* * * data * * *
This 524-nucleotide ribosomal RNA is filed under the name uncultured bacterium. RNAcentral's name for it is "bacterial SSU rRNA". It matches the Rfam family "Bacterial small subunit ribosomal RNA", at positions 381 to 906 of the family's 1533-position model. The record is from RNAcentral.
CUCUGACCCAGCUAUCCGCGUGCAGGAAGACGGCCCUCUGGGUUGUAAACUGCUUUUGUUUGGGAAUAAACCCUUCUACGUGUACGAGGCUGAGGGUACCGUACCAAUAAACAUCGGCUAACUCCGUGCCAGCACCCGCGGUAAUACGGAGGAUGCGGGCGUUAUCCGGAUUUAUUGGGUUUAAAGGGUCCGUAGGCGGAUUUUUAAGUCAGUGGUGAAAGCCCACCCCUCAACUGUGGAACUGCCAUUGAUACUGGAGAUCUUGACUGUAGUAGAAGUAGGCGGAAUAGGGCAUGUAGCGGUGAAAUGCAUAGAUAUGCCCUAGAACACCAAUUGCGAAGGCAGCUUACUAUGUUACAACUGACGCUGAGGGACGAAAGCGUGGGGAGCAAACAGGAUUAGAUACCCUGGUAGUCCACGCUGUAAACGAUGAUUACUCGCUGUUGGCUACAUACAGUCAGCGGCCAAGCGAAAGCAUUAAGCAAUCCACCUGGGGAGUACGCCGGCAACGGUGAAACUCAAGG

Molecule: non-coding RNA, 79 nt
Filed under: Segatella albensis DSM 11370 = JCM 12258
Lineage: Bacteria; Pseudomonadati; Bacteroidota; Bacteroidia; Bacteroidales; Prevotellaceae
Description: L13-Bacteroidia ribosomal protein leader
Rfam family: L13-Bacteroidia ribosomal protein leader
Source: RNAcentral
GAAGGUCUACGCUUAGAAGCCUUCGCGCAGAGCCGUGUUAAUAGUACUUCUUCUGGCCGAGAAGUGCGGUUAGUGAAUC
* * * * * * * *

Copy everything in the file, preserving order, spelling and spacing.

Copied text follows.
This 524-nucleotide ribosomal RNA is filed under the name uncultured bacterium. RNAcentral's name for it is "bacterial SSU rRNA". It matches the Rfam family "Bacterial small subunit ribosomal RNA", at positions 381 to 906 of the family's 1533-position model. The record is from RNAcentral.
CUCUGACCCAGCUAUCCGCGUGCAGGAAGACGGCCCUCUGGGUUGUAAACUGCUUUUGUUUGGGAAUAAACCCUUCUACGUGUACGAGGCUGAGGGUACCGUACCAAUAAACAUCGGCUAACUCCGUGCCAGCACCCGCGGUAAUACGGAGGAUGCGGGCGUUAUCCGGAUUUAUUGGGUUUAAAGGGUCCGUAGGCGGAUUUUUAAGUCAGUGGUGAAAGCCCACCCCUCAACUGUGGAACUGCCAUUGAUACUGGAGAUCUUGACUGUAGUAGAAGUAGGCGGAAUAGGGCAUGUAGCGGUGAAAUGCAUAGAUAUGCCCUAGAACACCAAUUGCGAAGGCAGCUUACUAUGUUACAACUGACGCUGAGGGACGAAAGCGUGGGGAGCAAACAGGAUUAGAUACCCUGGUAGUCCACGCUGUAAACGAUGAUUACUCGCUGUUGGCUACAUACAGUCAGCGGCCAAGCGAAAGCAUUAAGCAAUCCACCUGGGGAGUACGCCGGCAACGGUGAAACUCAAGG

Molecule: non-coding RNA, 79 nt
Filed under: Segatella albensis DSM 11370 = JCM 12258
Lineage: Bacteria; Pseudomonadati; Bacteroidota; Bacteroidia; Bacteroidales; Prevotellaceae
Description: L13-Bacteroidia ribosomal protein leader
Rfam family: L13-Bacteroidia ribosomal protein leader
Source: RNAcentral
GAAGGUCUACGCUUAGAAGCCUUCGCGCAGAGCCGUGUUAAUAGUACUUCUUCUGGCCGAGAAGUGCGGUUAGUGAAUC